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Standards for Living Expenses

By , March 27th, 2009 | 4 Comments »

If you’re trying to scale back your spending and live within your means or just save a little more each month, how do you determine reasonable spending amounts for each category of spending in your life like food, clothes, and transportation? Well, there are several government standards that you can use as a guideline.

The Internal Revenue Service has a set of standards for living expenses that it uses with people who are repaying delinquent taxes. Those filing Chapter 13 bankruptcy, the kind of bankruptcy where you gradually repay your debts, are allowed the same amounts by the U.S. Department of Justice. So it would seem safe to say that these amounts represent at least a bare minimum, if not a little more, of how much these expenses should cost each month.

National Standards: Food, Clothing and Other Items











Housekeeping supplies





Apparel & services





Personal care products & services















More than four persons

Additional Persons Amount

For each additional person, add to four-person
total allowance:



National Standards for Health Care
The IRS allows this amount in addition to a monthly amount for health insurance premiums. This money is expected to cover expenses such as doctor visits, eyeglasses, contact lenses, and prescriptions.


Out-of-Pocket Costs

Under 65


65 and Older



The IRS also allows expenditures for transportation, of course. How could you repay your debts if you couldn’t afford to get to work?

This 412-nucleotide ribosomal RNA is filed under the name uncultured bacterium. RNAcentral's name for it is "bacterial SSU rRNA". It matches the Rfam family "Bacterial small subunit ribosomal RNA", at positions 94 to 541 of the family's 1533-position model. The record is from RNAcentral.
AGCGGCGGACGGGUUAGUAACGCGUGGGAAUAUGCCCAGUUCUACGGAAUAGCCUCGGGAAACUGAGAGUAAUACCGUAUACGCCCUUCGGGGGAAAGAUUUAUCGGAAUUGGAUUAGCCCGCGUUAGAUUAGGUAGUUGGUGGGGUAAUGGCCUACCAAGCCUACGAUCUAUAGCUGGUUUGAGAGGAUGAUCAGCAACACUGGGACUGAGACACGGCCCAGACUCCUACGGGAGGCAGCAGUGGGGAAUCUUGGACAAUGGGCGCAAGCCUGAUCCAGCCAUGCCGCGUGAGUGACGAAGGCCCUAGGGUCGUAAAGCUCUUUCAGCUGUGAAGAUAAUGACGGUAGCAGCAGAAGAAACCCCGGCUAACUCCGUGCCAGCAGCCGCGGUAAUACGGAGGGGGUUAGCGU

National Standards for Public Transportation



National Standards for Ownership Costs


One Car

Two Cars





Personally, I think the food allowance is very generous. For $528 a month, my two-person household could go out to eat quite a bit or buy all of our groceries at Whole Foods. We normally spend about $300 a month on groceries and a little more for restaurants. However, we spend a lot more than $165 on “miscellaneous.” It’s hard to say what we spend on housekeeping supplies or personal care items since we generally only buy these items a couple times a year — I try to stock up during sales. The health care allowance seems reasonable to me only if you are completely healthy.

I couldn’t believe it could cost $173 a month to use public transit, but some research revealed that a certain commuter bus pass in the Los Angeles area costs $180, and I imagine lengthy commutes on public transit in other geographically large cities might be equally as pricey. The national vehicle ownership costs are based on the monthly expected payment for a loan or lease. According to’s monthly auto loan payment calculator, $489 would be the monthly payment on a $19,300 loan at 10% with a four-year term. Considering that it’s possible to purchase a brand-new, entry-level car for around $10,000, this amount seems pretty generous to me. And if you had this much money to buy a used car, you would have a wide range of options, many of them quite nice — a 2007 Toyota Camry hybrid, a 2005 Acura sedan, or a 2006 Mazda 6, to name just a few I found in a quick perusal of vehicles listed for sale by owner on Craigslist.

Note that there is no allowance for things many of us consider “necessities,” like cable TV or internet or even pet ownership.